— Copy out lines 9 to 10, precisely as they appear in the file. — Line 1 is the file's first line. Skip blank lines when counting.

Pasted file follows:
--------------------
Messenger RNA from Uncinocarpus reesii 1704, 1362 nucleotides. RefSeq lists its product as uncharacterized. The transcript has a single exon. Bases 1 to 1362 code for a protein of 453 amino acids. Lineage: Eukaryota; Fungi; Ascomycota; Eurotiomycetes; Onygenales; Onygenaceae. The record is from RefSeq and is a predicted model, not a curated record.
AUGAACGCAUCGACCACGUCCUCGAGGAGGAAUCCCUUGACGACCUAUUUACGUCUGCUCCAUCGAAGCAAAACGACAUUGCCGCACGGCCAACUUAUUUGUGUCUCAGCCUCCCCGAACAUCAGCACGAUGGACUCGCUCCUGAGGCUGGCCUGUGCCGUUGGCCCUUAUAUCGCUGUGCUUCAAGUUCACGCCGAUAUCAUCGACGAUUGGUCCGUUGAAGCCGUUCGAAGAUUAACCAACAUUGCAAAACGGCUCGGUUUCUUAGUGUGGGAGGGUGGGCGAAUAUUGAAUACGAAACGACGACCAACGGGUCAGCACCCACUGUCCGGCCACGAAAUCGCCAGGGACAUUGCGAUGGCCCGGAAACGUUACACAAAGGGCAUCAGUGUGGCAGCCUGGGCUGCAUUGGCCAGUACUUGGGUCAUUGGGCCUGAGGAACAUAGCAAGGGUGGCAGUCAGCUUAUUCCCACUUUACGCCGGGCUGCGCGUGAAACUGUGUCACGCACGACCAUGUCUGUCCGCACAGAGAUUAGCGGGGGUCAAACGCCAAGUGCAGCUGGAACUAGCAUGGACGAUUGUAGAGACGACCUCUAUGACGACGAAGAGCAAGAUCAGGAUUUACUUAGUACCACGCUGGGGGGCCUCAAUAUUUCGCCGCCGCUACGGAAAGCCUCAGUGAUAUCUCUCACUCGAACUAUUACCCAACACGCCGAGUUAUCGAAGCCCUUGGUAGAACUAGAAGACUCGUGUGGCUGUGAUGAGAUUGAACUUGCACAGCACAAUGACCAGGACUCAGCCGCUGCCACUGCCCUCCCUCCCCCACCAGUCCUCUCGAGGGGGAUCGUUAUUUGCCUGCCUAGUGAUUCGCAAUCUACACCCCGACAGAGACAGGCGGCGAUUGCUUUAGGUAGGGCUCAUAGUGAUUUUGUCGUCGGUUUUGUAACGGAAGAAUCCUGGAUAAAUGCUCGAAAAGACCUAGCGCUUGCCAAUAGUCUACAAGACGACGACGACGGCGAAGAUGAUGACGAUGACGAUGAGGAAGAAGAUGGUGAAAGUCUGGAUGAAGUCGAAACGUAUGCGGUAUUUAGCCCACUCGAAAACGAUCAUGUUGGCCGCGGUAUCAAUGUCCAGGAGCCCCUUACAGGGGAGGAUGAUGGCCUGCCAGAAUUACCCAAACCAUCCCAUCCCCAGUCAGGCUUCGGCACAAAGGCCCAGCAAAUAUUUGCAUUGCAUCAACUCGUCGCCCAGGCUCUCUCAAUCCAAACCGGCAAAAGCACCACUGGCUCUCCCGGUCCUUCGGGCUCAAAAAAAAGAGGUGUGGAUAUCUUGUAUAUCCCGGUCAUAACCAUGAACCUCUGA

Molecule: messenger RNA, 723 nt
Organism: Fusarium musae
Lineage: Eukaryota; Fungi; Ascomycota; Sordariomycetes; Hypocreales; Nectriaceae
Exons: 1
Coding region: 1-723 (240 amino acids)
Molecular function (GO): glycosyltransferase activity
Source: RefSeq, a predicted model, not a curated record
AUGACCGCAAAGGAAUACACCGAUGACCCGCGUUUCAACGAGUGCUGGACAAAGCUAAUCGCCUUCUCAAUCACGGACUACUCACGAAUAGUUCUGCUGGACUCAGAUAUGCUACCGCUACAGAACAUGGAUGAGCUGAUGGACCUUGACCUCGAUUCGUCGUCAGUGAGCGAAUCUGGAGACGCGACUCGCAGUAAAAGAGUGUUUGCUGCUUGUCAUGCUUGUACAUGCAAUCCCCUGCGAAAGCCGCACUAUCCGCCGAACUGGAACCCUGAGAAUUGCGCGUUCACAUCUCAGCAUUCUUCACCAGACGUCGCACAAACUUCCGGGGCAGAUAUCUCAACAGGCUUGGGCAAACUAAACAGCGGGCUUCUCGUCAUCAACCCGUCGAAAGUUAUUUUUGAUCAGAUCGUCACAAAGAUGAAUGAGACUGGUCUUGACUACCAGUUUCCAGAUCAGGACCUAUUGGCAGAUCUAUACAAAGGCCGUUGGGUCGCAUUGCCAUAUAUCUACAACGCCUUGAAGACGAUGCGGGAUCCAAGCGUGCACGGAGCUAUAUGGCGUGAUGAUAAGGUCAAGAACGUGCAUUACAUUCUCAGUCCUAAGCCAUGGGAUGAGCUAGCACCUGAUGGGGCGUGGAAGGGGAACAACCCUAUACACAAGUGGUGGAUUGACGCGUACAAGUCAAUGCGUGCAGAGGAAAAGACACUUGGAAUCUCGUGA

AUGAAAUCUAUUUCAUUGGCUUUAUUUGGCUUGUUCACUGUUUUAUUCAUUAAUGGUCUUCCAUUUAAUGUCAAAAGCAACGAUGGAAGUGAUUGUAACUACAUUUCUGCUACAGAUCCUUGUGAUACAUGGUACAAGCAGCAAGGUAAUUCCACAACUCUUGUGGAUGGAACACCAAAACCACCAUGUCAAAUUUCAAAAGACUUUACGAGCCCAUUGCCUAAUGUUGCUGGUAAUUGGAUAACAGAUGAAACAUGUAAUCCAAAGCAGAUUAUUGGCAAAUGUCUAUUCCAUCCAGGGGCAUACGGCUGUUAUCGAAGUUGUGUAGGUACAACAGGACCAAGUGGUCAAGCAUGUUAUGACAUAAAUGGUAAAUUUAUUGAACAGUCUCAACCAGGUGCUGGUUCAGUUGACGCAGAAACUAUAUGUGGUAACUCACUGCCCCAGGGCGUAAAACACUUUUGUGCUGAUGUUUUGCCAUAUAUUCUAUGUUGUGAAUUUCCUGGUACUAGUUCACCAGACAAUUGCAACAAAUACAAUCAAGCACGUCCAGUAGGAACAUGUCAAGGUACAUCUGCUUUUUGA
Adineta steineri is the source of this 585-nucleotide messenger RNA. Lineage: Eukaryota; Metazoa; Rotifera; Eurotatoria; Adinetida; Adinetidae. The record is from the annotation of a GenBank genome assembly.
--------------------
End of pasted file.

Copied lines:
Source: RefSeq, a predicted model, not a curated record
AUGACCGCAAAGGAAUACACCGAUGACCCGCGUUUCAACGAGUGCUGGACAAAGCUAAUCGCCUUCUCAAUCACGGACUACUCACGAAUAGUUCUGCUGGACUCAGAUAUGCUACCGCUACAGAACAUGGAUGAGCUGAUGGACCUUGACCUCGAUUCGUCGUCAGUGAGCGAAUCUGGAGACGCGACUCGCAGUAAAAGAGUGUUUGCUGCUUGUCAUGCUUGUACAUGCAAUCCCCUGCGAAAGCCGCACUAUCCGCCGAACUGGAACCCUGAGAAUUGCGCGUUCACAUCUCAGCAUUCUUCACCAGACGUCGCACAAACUUCCGGGGCAGAUAUCUCAACAGGCUUGGGCAAACUAAACAGCGGGCUUCUCGUCAUCAACCCGUCGAAAGUUAUUUUUGAUCAGAUCGUCACAAAGAUGAAUGAGACUGGUCUUGACUACCAGUUUCCAGAUCAGGACCUAUUGGCAGAUCUAUACAAAGGCCGUUGGGUCGCAUUGCCAUAUAUCUACAACGCCUUGAAGACGAUGCGGGAUCCAAGCGUGCACGGAGCUAUAUGGCGUGAUGAUAAGGUCAAGAACGUGCAUUACAUUCUCAGUCCUAAGCCAUGGGAUGAGCUAGCACCUGAUGGGGCGUGGAAGGGGAACAACCCUAUACACAAGUGGUGGAUUGACGCGUACAAGUCAAUGCGUGCAGAGGAAAAGACACUUGGAAUCUCGUGA